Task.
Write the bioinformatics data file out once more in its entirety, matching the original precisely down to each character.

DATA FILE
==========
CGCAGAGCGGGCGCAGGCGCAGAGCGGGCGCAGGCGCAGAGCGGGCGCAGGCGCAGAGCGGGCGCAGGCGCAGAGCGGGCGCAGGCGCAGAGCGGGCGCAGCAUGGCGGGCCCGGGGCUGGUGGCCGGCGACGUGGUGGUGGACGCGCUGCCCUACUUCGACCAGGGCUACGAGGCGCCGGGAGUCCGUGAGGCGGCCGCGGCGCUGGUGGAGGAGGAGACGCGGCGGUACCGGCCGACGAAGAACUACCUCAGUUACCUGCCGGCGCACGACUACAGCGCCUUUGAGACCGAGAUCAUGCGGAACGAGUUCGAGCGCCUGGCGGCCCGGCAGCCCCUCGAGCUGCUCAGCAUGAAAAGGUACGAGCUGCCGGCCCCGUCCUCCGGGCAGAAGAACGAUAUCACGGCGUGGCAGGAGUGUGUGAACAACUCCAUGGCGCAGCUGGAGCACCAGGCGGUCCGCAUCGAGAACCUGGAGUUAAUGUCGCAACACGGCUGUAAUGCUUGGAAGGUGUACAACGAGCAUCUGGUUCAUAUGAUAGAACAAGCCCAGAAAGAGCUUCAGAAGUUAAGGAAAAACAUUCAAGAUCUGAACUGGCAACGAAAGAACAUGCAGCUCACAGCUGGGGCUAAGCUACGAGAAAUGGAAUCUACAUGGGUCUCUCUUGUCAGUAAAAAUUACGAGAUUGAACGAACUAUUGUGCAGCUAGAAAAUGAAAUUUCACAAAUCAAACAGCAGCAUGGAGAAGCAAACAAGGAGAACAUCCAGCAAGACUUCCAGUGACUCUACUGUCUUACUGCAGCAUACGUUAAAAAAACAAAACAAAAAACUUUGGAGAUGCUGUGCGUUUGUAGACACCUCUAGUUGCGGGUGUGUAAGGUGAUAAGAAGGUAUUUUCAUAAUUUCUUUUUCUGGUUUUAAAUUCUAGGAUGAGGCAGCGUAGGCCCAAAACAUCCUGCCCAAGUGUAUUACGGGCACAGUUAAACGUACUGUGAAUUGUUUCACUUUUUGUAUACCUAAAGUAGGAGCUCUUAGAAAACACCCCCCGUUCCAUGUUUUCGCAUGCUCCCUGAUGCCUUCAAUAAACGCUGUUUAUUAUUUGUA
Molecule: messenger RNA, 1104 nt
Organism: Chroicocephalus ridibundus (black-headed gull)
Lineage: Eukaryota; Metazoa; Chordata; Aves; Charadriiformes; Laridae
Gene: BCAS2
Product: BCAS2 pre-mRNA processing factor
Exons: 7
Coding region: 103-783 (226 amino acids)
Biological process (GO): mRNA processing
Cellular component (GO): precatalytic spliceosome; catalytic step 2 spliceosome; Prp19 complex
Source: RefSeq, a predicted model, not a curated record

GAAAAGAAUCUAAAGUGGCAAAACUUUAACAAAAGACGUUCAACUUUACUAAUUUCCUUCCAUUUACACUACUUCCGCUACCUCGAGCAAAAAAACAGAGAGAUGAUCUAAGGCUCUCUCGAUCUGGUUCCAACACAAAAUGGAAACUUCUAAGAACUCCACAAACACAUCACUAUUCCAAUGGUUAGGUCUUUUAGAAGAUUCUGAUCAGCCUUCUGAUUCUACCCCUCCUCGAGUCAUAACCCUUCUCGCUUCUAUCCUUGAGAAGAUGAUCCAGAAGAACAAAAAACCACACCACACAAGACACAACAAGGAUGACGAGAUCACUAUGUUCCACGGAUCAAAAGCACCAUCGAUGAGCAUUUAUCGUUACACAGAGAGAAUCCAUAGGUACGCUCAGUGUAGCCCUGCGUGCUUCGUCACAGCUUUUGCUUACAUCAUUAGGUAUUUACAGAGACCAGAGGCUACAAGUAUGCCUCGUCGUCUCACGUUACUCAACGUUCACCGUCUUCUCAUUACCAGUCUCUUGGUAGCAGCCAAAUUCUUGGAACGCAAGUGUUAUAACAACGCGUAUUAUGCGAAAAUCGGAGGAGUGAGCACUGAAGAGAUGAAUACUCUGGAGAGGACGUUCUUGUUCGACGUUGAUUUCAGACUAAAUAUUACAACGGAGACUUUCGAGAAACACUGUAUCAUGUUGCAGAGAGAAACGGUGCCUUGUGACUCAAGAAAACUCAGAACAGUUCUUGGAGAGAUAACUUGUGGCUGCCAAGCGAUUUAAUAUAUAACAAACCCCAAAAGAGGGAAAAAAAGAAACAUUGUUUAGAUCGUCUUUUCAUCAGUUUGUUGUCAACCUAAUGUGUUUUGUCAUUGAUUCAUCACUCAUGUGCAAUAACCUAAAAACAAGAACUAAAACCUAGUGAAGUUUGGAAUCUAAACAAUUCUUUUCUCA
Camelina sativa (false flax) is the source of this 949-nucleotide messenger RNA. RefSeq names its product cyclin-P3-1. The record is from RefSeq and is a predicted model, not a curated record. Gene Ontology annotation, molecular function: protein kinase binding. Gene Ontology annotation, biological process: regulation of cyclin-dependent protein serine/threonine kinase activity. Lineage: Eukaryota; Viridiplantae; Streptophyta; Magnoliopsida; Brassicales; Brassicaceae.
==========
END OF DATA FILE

CGCAGAGCGGGCGCAGGCGCAGAGCGGGCGCAGGCGCAGAGCGGGCGCAGGCGCAGAGCGGGCGCAGGCGCAGAGCGGGCGCAGGCGCAGAGCGGGCGCAGCAUGGCGGGCCCGGGGCUGGUGGCCGGCGACGUGGUGGUGGACGCGCUGCCCUACUUCGACCAGGGCUACGAGGCGCCGGGAGUCCGUGAGGCGGCCGCGGCGCUGGUGGAGGAGGAGACGCGGCGGUACCGGCCGACGAAGAACUACCUCAGUUACCUGCCGGCGCACGACUACAGCGCCUUUGAGACCGAGAUCAUGCGGAACGAGUUCGAGCGCCUGGCGGCCCGGCAGCCCCUCGAGCUGCUCAGCAUGAAAAGGUACGAGCUGCCGGCCCCGUCCUCCGGGCAGAAGAACGAUAUCACGGCGUGGCAGGAGUGUGUGAACAACUCCAUGGCGCAGCUGGAGCACCAGGCGGUCCGCAUCGAGAACCUGGAGUUAAUGUCGCAACACGGCUGUAAUGCUUGGAAGGUGUACAACGAGCAUCUGGUUCAUAUGAUAGAACAAGCCCAGAAAGAGCUUCAGAAGUUAAGGAAAAACAUUCAAGAUCUGAACUGGCAACGAAAGAACAUGCAGCUCACAGCUGGGGCUAAGCUACGAGAAAUGGAAUCUACAUGGGUCUCUCUUGUCAGUAAAAAUUACGAGAUUGAACGAACUAUUGUGCAGCUAGAAAAUGAAAUUUCACAAAUCAAACAGCAGCAUGGAGAAGCAAACAAGGAGAACAUCCAGCAAGACUUCCAGUGACUCUACUGUCUUACUGCAGCAUACGUUAAAAAAACAAAACAAAAAACUUUGGAGAUGCUGUGCGUUUGUAGACACCUCUAGUUGCGGGUGUGUAAGGUGAUAAGAAGGUAUUUUCAUAAUUUCUUUUUCUGGUUUUAAAUUCUAGGAUGAGGCAGCGUAGGCCCAAAACAUCCUGCCCAAGUGUAUUACGGGCACAGUUAAACGUACUGUGAAUUGUUUCACUUUUUGUAUACCUAAAGUAGGAGCUCUUAGAAAACACCCCCCGUUCCAUGUUUUCGCAUGCUCCCUGAUGCCUUCAAUAAACGCUGUUUAUUAUUUGUA
Molecule: messenger RNA, 1104 nt
Organism: Chroicocephalus ridibundus (black-headed gull)
Lineage: Eukaryota; Metazoa; Chordata; Aves; Charadriiformes; Laridae
Gene: BCAS2
Product: BCAS2 pre-mRNA processing factor
Exons: 7
Coding region: 103-783 (226 amino acids)
Biological process (GO): mRNA processing
Cellular component (GO): precatalytic spliceosome; catalytic step 2 spliceosome; Prp19 complex
Source: RefSeq, a predicted model, not a curated record

GAAAAGAAUCUAAAGUGGCAAAACUUUAACAAAAGACGUUCAACUUUACUAAUUUCCUUCCAUUUACACUACUUCCGCUACCUCGAGCAAAAAAACAGAGAGAUGAUCUAAGGCUCUCUCGAUCUGGUUCCAACACAAAAUGGAAACUUCUAAGAACUCCACAAACACAUCACUAUUCCAAUGGUUAGGUCUUUUAGAAGAUUCUGAUCAGCCUUCUGAUUCUACCCCUCCUCGAGUCAUAACCCUUCUCGCUUCUAUCCUUGAGAAGAUGAUCCAGAAGAACAAAAAACCACACCACACAAGACACAACAAGGAUGACGAGAUCACUAUGUUCCACGGAUCAAAAGCACCAUCGAUGAGCAUUUAUCGUUACACAGAGAGAAUCCAUAGGUACGCUCAGUGUAGCCCUGCGUGCUUCGUCACAGCUUUUGCUUACAUCAUUAGGUAUUUACAGAGACCAGAGGCUACAAGUAUGCCUCGUCGUCUCACGUUACUCAACGUUCACCGUCUUCUCAUUACCAGUCUCUUGGUAGCAGCCAAAUUCUUGGAACGCAAGUGUUAUAACAACGCGUAUUAUGCGAAAAUCGGAGGAGUGAGCACUGAAGAGAUGAAUACUCUGGAGAGGACGUUCUUGUUCGACGUUGAUUUCAGACUAAAUAUUACAACGGAGACUUUCGAGAAACACUGUAUCAUGUUGCAGAGAGAAACGGUGCCUUGUGACUCAAGAAAACUCAGAACAGUUCUUGGAGAGAUAACUUGUGGCUGCCAAGCGAUUUAAUAUAUAACAAACCCCAAAAGAGGGAAAAAAAGAAACAUUGUUUAGAUCGUCUUUUCAUCAGUUUGUUGUCAACCUAAUGUGUUUUGUCAUUGAUUCAUCACUCAUGUGCAAUAACCUAAAAACAAGAACUAAAACCUAGUGAAGUUUGGAAUCUAAACAAUUCUUUUCUCA
Camelina sativa (false flax) is the source of this 949-nucleotide messenger RNA. RefSeq names its product cyclin-P3-1. The record is from RefSeq and is a predicted model, not a curated record. Gene Ontology annotation, molecular function: protein kinase binding. Gene Ontology annotation, biological process: regulation of cyclin-dependent protein serine/threonine kinase activity. Lineage: Eukaryota; Viridiplantae; Streptophyta; Magnoliopsida; Brassicales; Brassicaceae.